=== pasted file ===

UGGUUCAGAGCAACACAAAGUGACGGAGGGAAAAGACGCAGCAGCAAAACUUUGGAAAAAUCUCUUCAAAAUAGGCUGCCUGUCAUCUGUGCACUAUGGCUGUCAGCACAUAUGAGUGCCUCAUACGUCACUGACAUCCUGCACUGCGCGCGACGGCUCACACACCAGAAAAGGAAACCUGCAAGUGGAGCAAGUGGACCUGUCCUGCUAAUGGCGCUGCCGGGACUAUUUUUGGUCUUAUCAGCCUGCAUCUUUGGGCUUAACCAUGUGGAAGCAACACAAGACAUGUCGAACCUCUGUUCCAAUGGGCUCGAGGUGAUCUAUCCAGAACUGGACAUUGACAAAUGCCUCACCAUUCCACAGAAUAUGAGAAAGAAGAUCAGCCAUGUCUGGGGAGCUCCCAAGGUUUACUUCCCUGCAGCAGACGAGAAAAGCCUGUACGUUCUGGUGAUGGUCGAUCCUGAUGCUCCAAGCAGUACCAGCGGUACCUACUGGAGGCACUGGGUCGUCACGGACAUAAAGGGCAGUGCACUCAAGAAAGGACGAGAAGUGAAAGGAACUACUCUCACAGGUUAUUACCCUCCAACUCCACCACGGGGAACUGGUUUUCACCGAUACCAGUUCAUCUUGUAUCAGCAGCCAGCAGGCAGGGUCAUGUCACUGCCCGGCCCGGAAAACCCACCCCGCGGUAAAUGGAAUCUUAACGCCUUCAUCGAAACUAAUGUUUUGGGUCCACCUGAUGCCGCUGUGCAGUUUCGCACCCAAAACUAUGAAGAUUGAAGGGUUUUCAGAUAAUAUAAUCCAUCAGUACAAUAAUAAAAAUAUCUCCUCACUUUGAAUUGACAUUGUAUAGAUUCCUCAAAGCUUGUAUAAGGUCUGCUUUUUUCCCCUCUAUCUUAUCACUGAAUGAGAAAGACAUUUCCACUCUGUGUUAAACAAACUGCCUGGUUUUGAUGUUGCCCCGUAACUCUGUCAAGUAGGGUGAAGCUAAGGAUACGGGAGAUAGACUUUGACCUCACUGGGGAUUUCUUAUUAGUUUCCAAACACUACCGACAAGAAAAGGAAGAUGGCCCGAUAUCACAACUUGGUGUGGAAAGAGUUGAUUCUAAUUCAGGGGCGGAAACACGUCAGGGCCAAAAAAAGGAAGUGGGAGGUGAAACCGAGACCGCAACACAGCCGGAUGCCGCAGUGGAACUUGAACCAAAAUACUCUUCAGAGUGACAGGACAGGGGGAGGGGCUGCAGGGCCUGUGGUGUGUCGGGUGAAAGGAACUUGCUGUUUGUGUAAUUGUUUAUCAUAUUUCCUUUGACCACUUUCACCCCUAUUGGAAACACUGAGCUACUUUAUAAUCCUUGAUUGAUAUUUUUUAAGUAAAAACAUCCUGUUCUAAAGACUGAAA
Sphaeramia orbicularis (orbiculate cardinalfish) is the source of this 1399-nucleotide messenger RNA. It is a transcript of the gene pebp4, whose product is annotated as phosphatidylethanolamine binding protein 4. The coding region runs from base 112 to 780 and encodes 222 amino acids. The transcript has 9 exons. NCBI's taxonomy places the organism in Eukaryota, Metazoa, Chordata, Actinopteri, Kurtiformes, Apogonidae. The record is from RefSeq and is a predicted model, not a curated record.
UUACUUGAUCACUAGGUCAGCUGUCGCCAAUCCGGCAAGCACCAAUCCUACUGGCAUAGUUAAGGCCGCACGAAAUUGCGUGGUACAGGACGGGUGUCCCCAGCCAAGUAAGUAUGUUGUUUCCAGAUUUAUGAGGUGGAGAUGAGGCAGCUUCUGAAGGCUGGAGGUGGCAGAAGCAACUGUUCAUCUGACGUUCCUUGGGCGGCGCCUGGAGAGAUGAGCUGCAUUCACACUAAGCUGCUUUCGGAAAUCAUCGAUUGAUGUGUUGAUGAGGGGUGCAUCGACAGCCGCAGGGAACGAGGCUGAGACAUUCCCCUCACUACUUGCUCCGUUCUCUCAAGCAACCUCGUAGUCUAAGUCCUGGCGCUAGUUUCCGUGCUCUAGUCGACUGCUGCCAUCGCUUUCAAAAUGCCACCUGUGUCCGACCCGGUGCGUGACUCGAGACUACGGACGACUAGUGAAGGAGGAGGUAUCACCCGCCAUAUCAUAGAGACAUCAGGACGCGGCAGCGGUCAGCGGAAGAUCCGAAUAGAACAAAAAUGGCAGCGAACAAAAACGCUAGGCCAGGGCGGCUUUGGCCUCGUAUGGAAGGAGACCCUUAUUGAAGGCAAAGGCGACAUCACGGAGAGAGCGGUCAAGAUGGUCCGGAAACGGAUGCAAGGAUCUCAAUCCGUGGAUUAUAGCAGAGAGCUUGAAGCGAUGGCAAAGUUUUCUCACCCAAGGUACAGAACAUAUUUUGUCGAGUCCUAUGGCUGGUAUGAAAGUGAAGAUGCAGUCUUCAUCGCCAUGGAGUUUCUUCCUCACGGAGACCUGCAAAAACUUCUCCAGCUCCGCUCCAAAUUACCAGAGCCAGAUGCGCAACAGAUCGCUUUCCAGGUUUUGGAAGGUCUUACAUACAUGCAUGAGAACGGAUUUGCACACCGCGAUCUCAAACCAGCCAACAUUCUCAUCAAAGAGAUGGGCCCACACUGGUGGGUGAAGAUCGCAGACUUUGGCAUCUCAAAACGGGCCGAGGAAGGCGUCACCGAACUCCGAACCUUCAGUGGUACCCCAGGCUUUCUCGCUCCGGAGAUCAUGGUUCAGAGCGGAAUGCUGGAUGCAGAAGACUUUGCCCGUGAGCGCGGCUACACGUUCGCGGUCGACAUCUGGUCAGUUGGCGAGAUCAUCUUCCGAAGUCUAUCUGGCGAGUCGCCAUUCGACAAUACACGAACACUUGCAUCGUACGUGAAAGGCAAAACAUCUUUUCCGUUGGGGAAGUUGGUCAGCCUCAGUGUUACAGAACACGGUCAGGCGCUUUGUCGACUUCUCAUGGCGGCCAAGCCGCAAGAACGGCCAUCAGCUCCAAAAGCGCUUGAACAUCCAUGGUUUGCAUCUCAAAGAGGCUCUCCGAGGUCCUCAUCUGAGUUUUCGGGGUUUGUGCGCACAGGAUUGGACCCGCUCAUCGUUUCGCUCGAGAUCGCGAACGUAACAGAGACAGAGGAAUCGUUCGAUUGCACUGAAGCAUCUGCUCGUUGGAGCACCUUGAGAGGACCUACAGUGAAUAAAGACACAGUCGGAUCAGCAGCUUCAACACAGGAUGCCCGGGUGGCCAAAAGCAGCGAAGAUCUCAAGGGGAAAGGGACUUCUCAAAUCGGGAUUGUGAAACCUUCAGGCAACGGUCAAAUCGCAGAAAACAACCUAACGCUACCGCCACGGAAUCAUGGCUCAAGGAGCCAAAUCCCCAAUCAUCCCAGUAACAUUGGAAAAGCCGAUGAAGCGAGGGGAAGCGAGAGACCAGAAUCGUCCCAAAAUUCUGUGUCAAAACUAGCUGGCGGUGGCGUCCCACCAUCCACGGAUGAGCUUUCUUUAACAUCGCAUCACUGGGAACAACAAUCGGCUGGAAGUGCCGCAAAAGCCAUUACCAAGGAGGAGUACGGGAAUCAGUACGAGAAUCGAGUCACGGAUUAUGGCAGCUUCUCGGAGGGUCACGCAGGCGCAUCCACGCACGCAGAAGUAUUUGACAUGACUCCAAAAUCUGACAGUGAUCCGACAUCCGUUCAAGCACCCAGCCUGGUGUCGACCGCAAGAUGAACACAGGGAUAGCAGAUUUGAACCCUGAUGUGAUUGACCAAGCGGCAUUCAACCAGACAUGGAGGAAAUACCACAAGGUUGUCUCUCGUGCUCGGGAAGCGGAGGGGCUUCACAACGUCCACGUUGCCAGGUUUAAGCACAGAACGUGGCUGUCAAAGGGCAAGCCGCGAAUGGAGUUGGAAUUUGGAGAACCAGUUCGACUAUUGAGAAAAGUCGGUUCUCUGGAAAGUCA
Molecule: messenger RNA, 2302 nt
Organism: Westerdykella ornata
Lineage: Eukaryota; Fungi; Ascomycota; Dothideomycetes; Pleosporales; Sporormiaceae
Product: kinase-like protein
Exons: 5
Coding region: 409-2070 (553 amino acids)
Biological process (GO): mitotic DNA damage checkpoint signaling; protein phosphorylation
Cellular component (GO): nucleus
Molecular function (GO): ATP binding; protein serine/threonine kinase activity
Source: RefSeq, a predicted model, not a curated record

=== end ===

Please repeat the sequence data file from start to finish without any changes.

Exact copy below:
UGGUUCAGAGCAACACAAAGUGACGGAGGGAAAAGACGCAGCAGCAAAACUUUGGAAAAAUCUCUUCAAAAUAGGCUGCCUGUCAUCUGUGCACUAUGGCUGUCAGCACAUAUGAGUGCCUCAUACGUCACUGACAUCCUGCACUGCGCGCGACGGCUCACACACCAGAAAAGGAAACCUGCAAGUGGAGCAAGUGGACCUGUCCUGCUAAUGGCGCUGCCGGGACUAUUUUUGGUCUUAUCAGCCUGCAUCUUUGGGCUUAACCAUGUGGAAGCAACACAAGACAUGUCGAACCUCUGUUCCAAUGGGCUCGAGGUGAUCUAUCCAGAACUGGACAUUGACAAAUGCCUCACCAUUCCACAGAAUAUGAGAAAGAAGAUCAGCCAUGUCUGGGGAGCUCCCAAGGUUUACUUCCCUGCAGCAGACGAGAAAAGCCUGUACGUUCUGGUGAUGGUCGAUCCUGAUGCUCCAAGCAGUACCAGCGGUACCUACUGGAGGCACUGGGUCGUCACGGACAUAAAGGGCAGUGCACUCAAGAAAGGACGAGAAGUGAAAGGAACUACUCUCACAGGUUAUUACCCUCCAACUCCACCACGGGGAACUGGUUUUCACCGAUACCAGUUCAUCUUGUAUCAGCAGCCAGCAGGCAGGGUCAUGUCACUGCCCGGCCCGGAAAACCCACCCCGCGGUAAAUGGAAUCUUAACGCCUUCAUCGAAACUAAUGUUUUGGGUCCACCUGAUGCCGCUGUGCAGUUUCGCACCCAAAACUAUGAAGAUUGAAGGGUUUUCAGAUAAUAUAAUCCAUCAGUACAAUAAUAAAAAUAUCUCCUCACUUUGAAUUGACAUUGUAUAGAUUCCUCAAAGCUUGUAUAAGGUCUGCUUUUUUCCCCUCUAUCUUAUCACUGAAUGAGAAAGACAUUUCCACUCUGUGUUAAACAAACUGCCUGGUUUUGAUGUUGCCCCGUAACUCUGUCAAGUAGGGUGAAGCUAAGGAUACGGGAGAUAGACUUUGACCUCACUGGGGAUUUCUUAUUAGUUUCCAAACACUACCGACAAGAAAAGGAAGAUGGCCCGAUAUCACAACUUGGUGUGGAAAGAGUUGAUUCUAAUUCAGGGGCGGAAACACGUCAGGGCCAAAAAAAGGAAGUGGGAGGUGAAACCGAGACCGCAACACAGCCGGAUGCCGCAGUGGAACUUGAACCAAAAUACUCUUCAGAGUGACAGGACAGGGGGAGGGGCUGCAGGGCCUGUGGUGUGUCGGGUGAAAGGAACUUGCUGUUUGUGUAAUUGUUUAUCAUAUUUCCUUUGACCACUUUCACCCCUAUUGGAAACACUGAGCUACUUUAUAAUCCUUGAUUGAUAUUUUUUAAGUAAAAACAUCCUGUUCUAAAGACUGAAA
Sphaeramia orbicularis (orbiculate cardinalfish) is the source of this 1399-nucleotide messenger RNA. It is a transcript of the gene pebp4, whose product is annotated as phosphatidylethanolamine binding protein 4. The coding region runs from base 112 to 780 and encodes 222 amino acids. The transcript has 9 exons. NCBI's taxonomy places the organism in Eukaryota, Metazoa, Chordata, Actinopteri, Kurtiformes, Apogonidae. The record is from RefSeq and is a predicted model, not a curated record.
UUACUUGAUCACUAGGUCAGCUGUCGCCAAUCCGGCAAGCACCAAUCCUACUGGCAUAGUUAAGGCCGCACGAAAUUGCGUGGUACAGGACGGGUGUCCCCAGCCAAGUAAGUAUGUUGUUUCCAGAUUUAUGAGGUGGAGAUGAGGCAGCUUCUGAAGGCUGGAGGUGGCAGAAGCAACUGUUCAUCUGACGUUCCUUGGGCGGCGCCUGGAGAGAUGAGCUGCAUUCACACUAAGCUGCUUUCGGAAAUCAUCGAUUGAUGUGUUGAUGAGGGGUGCAUCGACAGCCGCAGGGAACGAGGCUGAGACAUUCCCCUCACUACUUGCUCCGUUCUCUCAAGCAACCUCGUAGUCUAAGUCCUGGCGCUAGUUUCCGUGCUCUAGUCGACUGCUGCCAUCGCUUUCAAAAUGCCACCUGUGUCCGACCCGGUGCGUGACUCGAGACUACGGACGACUAGUGAAGGAGGAGGUAUCACCCGCCAUAUCAUAGAGACAUCAGGACGCGGCAGCGGUCAGCGGAAGAUCCGAAUAGAACAAAAAUGGCAGCGAACAAAAACGCUAGGCCAGGGCGGCUUUGGCCUCGUAUGGAAGGAGACCCUUAUUGAAGGCAAAGGCGACAUCACGGAGAGAGCGGUCAAGAUGGUCCGGAAACGGAUGCAAGGAUCUCAAUCCGUGGAUUAUAGCAGAGAGCUUGAAGCGAUGGCAAAGUUUUCUCACCCAAGGUACAGAACAUAUUUUGUCGAGUCCUAUGGCUGGUAUGAAAGUGAAGAUGCAGUCUUCAUCGCCAUGGAGUUUCUUCCUCACGGAGACCUGCAAAAACUUCUCCAGCUCCGCUCCAAAUUACCAGAGCCAGAUGCGCAACAGAUCGCUUUCCAGGUUUUGGAAGGUCUUACAUACAUGCAUGAGAACGGAUUUGCACACCGCGAUCUCAAACCAGCCAACAUUCUCAUCAAAGAGAUGGGCCCACACUGGUGGGUGAAGAUCGCAGACUUUGGCAUCUCAAAACGGGCCGAGGAAGGCGUCACCGAACUCCGAACCUUCAGUGGUACCCCAGGCUUUCUCGCUCCGGAGAUCAUGGUUCAGAGCGGAAUGCUGGAUGCAGAAGACUUUGCCCGUGAGCGCGGCUACACGUUCGCGGUCGACAUCUGGUCAGUUGGCGAGAUCAUCUUCCGAAGUCUAUCUGGCGAGUCGCCAUUCGACAAUACACGAACACUUGCAUCGUACGUGAAAGGCAAAACAUCUUUUCCGUUGGGGAAGUUGGUCAGCCUCAGUGUUACAGAACACGGUCAGGCGCUUUGUCGACUUCUCAUGGCGGCCAAGCCGCAAGAACGGCCAUCAGCUCCAAAAGCGCUUGAACAUCCAUGGUUUGCAUCUCAAAGAGGCUCUCCGAGGUCCUCAUCUGAGUUUUCGGGGUUUGUGCGCACAGGAUUGGACCCGCUCAUCGUUUCGCUCGAGAUCGCGAACGUAACAGAGACAGAGGAAUCGUUCGAUUGCACUGAAGCAUCUGCUCGUUGGAGCACCUUGAGAGGACCUACAGUGAAUAAAGACACAGUCGGAUCAGCAGCUUCAACACAGGAUGCCCGGGUGGCCAAAAGCAGCGAAGAUCUCAAGGGGAAAGGGACUUCUCAAAUCGGGAUUGUGAAACCUUCAGGCAACGGUCAAAUCGCAGAAAACAACCUAACGCUACCGCCACGGAAUCAUGGCUCAAGGAGCCAAAUCCCCAAUCAUCCCAGUAACAUUGGAAAAGCCGAUGAAGCGAGGGGAAGCGAGAGACCAGAAUCGUCCCAAAAUUCUGUGUCAAAACUAGCUGGCGGUGGCGUCCCACCAUCCACGGAUGAGCUUUCUUUAACAUCGCAUCACUGGGAACAACAAUCGGCUGGAAGUGCCGCAAAAGCCAUUACCAAGGAGGAGUACGGGAAUCAGUACGAGAAUCGAGUCACGGAUUAUGGCAGCUUCUCGGAGGGUCACGCAGGCGCAUCCACGCACGCAGAAGUAUUUGACAUGACUCCAAAAUCUGACAGUGAUCCGACAUCCGUUCAAGCACCCAGCCUGGUGUCGACCGCAAGAUGAACACAGGGAUAGCAGAUUUGAACCCUGAUGUGAUUGACCAAGCGGCAUUCAACCAGACAUGGAGGAAAUACCACAAGGUUGUCUCUCGUGCUCGGGAAGCGGAGGGGCUUCACAACGUCCACGUUGCCAGGUUUAAGCACAGAACGUGGCUGUCAAAGGGCAAGCCGCGAAUGGAGUUGGAAUUUGGAGAACCAGUUCGACUAUUGAGAAAAGUCGGUUCUCUGGAAAGUCA
Molecule: messenger RNA, 2302 nt
Organism: Westerdykella ornata
Lineage: Eukaryota; Fungi; Ascomycota; Dothideomycetes; Pleosporales; Sporormiaceae
Product: kinase-like protein
Exons: 5
Coding region: 409-2070 (553 amino acids)
Biological process (GO): mitotic DNA damage checkpoint signaling; protein phosphorylation
Cellular component (GO): nucleus
Molecular function (GO): ATP binding; protein serine/threonine kinase activity
Source: RefSeq, a predicted model, not a curated record